THE EVOLUTION OF A SCENT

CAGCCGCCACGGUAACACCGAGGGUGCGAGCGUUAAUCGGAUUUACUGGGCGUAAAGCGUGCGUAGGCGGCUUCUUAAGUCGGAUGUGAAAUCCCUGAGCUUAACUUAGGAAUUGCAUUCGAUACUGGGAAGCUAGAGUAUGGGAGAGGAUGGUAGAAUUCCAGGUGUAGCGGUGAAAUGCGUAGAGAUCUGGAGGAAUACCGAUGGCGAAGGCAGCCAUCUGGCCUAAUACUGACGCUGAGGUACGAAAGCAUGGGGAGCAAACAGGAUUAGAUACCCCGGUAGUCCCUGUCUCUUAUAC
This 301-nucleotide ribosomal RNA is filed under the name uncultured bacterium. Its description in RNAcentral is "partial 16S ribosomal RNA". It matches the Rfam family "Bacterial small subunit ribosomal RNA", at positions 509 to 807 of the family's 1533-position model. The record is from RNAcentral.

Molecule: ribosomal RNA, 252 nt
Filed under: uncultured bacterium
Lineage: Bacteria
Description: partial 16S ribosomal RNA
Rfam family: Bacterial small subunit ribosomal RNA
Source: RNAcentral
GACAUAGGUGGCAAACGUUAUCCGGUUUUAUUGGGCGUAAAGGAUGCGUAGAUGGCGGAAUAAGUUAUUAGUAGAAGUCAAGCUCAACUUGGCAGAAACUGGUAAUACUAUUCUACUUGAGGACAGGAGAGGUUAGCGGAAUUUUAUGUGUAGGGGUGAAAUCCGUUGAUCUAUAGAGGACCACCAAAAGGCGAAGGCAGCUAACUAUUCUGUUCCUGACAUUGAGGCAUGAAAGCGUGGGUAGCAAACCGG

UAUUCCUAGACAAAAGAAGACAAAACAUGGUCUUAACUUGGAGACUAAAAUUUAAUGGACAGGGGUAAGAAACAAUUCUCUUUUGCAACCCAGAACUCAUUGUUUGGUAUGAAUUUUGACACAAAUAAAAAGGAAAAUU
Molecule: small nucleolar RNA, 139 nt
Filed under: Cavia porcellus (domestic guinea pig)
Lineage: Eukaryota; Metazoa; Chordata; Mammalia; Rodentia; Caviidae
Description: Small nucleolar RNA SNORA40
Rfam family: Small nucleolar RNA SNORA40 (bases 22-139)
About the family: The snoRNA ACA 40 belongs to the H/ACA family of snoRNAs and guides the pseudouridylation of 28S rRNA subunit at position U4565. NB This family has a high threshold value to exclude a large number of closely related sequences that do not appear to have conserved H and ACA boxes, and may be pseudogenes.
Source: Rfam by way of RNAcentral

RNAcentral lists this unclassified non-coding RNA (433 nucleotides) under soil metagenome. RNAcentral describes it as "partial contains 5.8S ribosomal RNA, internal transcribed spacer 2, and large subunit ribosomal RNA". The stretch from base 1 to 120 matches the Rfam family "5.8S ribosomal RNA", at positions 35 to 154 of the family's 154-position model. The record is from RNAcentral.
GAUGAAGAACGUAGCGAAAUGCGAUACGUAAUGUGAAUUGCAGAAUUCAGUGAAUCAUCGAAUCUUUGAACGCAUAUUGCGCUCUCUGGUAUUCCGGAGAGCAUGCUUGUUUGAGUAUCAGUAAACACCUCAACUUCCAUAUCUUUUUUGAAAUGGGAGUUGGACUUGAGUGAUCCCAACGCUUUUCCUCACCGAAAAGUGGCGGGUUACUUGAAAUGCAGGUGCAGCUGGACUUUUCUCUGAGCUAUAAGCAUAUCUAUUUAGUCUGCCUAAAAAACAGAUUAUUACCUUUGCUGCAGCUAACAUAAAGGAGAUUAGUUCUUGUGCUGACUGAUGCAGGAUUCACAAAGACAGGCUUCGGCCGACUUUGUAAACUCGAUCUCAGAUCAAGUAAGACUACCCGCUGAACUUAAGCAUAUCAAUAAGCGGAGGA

“The first bloom of scent from a freshly applied fragrance is dominated by ‘top notes’,” says Will Andrews, director and technical expert of fragrance communication at Coty. “Lightweight and volatile, these are usually fresh and citrusy or sweeter floral notes – they set the scene. When the weather is hot, they are gone after 30 minutes. Once evaporated, the ‘drydown’ phase of the fragrance comes through, which is a combination of the heart and base notes. This is the true scent profile you will live with from day to day and you can therefore make a reliable selection based on this.” Scents fall into three camps – and whether you’re a fan of chypre (we’re talking warm, dry and woody), oriental (spicy and musky) or floral (does what it says on the tin), high temperatures will make your fragrance develop more quickly and could change your scent of choice.